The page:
It is also important to describe prevention strategies for STIC and invasive pelvic high-grade serous carcinoma. Given an estimated 80–90% of BRCA-related “ovarian” cancers originating in the fallopian tube, ACOG and the NCCN recommend that all women known to have a BRCA 1 or 2 mutation (or other hereditary cancers associated with ovarian cancer, like Lynch syndrome) undergo prophylactic RRSO by the age of 40 or at completion of childbearing, as there are extensive limitations to current ovarian cancer screening strategies [14, 15]. Of note, approximately 80% of ovarian cancer is not hereditary and thus there has been a strong movement toward the consideration of bilateral salpingectomy in all patients undergoing benign gynecologic surgery, whether BRCA status is known or not, in an attempt to further reduce ovarian cancer risk for all women. Other risk reducing measures include the use of oral contraceptive pills, which can reduce ovarian cancer risk by 50% if taken for 5 years [14].

Particularly challenging in this case was the patient’s refusal to undergo genetic testing in light of her significant family history of ovarian cancer and personal STIC history. The knowledge of her BRCA status could affect which screening options she is offered for breast cancer surveillance and could also impact her family members. If she were positive for a BRCA germline mutation, immediate BRCA testing could be implemented in her family members to either confirm their high-risk status or clear them of risk. If her daughters were found to have a mutation, it would be imperative to discuss heightened cancer screening for breast/ovarian cancer as well as both surgical and nonsurgical prevention measures. For now, she continues to be evaluated every six months with pelvic exam and CA-125 level.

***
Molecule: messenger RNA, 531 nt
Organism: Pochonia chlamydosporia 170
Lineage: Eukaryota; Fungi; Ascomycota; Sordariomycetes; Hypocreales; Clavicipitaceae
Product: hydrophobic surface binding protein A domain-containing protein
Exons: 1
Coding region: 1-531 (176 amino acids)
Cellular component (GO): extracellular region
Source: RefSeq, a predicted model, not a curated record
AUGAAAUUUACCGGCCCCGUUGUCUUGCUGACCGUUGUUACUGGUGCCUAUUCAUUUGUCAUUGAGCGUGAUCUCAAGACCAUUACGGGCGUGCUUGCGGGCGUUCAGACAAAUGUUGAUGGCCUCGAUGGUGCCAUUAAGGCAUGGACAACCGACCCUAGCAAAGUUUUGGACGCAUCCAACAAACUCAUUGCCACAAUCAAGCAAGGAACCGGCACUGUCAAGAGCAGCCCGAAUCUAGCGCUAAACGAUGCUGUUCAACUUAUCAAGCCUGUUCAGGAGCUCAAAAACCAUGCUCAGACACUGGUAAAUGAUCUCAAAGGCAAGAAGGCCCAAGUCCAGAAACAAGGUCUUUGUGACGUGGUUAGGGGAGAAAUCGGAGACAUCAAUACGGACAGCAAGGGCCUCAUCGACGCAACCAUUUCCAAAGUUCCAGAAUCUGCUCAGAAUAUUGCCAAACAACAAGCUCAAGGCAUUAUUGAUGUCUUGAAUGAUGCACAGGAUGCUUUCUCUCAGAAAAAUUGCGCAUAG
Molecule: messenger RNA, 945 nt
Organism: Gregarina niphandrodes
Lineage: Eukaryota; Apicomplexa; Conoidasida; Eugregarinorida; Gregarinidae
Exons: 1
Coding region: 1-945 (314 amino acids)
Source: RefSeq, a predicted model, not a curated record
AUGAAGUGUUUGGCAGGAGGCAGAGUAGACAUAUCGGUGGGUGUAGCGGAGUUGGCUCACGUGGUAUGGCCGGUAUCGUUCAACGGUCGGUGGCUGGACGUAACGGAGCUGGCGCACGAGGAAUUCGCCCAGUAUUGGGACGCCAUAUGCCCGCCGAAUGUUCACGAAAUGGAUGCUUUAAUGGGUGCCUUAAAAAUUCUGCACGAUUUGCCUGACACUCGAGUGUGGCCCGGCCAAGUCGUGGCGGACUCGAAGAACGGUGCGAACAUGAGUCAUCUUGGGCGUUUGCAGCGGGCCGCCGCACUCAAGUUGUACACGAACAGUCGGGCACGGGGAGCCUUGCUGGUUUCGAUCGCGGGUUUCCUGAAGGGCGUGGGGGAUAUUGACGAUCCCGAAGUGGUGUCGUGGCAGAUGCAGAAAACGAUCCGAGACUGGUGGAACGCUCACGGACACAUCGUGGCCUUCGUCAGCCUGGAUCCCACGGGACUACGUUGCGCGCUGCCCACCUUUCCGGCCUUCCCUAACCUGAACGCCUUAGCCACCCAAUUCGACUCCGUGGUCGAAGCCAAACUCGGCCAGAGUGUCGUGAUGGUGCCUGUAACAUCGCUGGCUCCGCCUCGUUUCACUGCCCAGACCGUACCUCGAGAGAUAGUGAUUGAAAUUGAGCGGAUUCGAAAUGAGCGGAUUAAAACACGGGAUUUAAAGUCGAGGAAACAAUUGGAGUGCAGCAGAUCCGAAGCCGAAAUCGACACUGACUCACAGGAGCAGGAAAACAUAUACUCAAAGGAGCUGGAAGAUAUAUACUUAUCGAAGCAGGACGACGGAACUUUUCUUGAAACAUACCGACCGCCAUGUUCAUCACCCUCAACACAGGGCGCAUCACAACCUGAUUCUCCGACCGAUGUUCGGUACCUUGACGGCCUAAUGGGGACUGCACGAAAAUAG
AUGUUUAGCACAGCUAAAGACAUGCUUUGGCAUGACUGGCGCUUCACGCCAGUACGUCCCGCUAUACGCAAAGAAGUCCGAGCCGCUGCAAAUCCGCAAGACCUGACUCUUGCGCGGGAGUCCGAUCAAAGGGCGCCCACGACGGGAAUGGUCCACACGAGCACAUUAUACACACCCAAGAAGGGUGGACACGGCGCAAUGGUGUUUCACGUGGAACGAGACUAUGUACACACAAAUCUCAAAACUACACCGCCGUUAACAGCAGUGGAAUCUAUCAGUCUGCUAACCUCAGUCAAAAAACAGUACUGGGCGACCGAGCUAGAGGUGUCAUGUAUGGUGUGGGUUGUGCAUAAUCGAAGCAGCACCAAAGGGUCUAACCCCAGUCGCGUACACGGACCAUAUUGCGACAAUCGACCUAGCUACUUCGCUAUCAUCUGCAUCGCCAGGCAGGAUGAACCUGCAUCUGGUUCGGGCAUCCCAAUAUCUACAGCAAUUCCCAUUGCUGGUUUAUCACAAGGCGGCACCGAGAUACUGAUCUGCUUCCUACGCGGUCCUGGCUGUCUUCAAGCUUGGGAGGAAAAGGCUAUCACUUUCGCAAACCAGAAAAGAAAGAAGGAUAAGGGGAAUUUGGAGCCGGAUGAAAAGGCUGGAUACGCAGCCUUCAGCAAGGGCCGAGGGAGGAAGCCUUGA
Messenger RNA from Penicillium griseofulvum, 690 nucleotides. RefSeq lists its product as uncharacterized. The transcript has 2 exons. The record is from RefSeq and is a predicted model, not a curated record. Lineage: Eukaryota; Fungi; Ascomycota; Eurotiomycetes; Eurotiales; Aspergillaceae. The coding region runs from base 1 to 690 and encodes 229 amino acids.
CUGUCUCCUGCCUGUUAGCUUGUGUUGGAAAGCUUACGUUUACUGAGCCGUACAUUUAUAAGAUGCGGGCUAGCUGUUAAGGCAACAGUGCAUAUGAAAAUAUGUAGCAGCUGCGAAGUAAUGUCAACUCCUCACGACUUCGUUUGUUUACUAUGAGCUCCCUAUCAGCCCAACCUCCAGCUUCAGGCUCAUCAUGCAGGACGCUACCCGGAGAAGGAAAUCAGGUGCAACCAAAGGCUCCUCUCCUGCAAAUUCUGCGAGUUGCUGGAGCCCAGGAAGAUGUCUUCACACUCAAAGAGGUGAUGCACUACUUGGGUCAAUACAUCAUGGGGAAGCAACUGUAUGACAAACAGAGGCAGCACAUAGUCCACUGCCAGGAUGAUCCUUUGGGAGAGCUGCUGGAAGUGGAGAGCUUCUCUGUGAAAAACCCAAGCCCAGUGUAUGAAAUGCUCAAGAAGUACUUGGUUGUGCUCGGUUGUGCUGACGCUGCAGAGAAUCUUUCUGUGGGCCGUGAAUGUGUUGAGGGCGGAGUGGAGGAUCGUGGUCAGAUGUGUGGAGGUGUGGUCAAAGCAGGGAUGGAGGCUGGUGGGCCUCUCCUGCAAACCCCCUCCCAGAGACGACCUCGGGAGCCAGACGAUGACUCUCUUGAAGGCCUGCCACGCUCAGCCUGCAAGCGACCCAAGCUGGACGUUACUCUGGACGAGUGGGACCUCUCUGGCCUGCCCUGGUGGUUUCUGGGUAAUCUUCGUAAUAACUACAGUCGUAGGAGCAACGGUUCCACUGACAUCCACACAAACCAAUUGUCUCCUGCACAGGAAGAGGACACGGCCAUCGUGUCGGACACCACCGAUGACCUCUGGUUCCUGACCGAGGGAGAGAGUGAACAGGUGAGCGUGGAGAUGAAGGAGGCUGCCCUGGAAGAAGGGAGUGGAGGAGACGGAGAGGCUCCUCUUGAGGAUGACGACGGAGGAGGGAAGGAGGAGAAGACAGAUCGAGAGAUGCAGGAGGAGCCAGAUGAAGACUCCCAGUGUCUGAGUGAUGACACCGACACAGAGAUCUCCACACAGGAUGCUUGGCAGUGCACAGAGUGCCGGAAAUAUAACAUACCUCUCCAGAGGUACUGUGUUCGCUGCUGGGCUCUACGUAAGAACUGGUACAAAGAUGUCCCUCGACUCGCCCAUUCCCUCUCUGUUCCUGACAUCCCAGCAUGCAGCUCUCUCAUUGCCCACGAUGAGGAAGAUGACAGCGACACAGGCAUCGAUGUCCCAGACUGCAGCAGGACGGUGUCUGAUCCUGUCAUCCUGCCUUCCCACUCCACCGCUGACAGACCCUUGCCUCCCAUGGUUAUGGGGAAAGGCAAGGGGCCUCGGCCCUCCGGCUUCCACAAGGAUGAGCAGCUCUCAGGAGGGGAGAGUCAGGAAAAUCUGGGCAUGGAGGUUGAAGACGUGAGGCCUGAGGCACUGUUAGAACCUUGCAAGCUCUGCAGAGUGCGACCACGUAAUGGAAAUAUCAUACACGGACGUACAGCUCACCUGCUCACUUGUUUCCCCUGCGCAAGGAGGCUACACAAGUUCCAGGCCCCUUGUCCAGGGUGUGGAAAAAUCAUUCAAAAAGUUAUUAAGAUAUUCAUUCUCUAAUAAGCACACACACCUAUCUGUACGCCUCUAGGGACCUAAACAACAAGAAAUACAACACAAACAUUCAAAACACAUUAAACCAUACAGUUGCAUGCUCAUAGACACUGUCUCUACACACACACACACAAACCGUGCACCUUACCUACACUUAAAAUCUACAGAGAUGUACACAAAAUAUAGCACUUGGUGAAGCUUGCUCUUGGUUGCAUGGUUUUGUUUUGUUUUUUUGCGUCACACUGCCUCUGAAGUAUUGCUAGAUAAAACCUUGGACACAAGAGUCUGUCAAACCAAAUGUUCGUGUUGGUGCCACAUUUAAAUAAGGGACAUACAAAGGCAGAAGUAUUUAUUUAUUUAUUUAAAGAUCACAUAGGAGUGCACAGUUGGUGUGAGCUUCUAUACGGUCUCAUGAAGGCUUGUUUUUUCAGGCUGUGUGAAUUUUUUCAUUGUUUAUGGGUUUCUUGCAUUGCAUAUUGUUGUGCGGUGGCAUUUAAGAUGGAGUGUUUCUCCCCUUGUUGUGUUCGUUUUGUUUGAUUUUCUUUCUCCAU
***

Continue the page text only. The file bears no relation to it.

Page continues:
All gynecologic surgeons, including those practicing female pelvic medicine and reconstructive surgery, should have an understanding of the risk of fallopian tube and ovarian cancers. Surgeons should consider removal of fallopian tubes on all patients undergoing surgery for pelvic organ prolapse, as approximately 80% of “ovarian” cancers arise in women without known familial etiology. However, given fallopian tubes and ovaries that can be technically challenging to remove during vaginal surgery, urogynecologists should at least consider bilateral salpingectomy or risk-reducing BSO in patients who have a strong family history of breast/ovarian cancer or those that are known BRCA mutation carrier. In patients undergoing robotic surgery, where it is less technically challenging to remove fallopian tubes, consideration should be made for bilateral salpingectomy on all patients.

Conflict of Interests

The authors declare that there is no conflict of interests regarding the publication of this paper.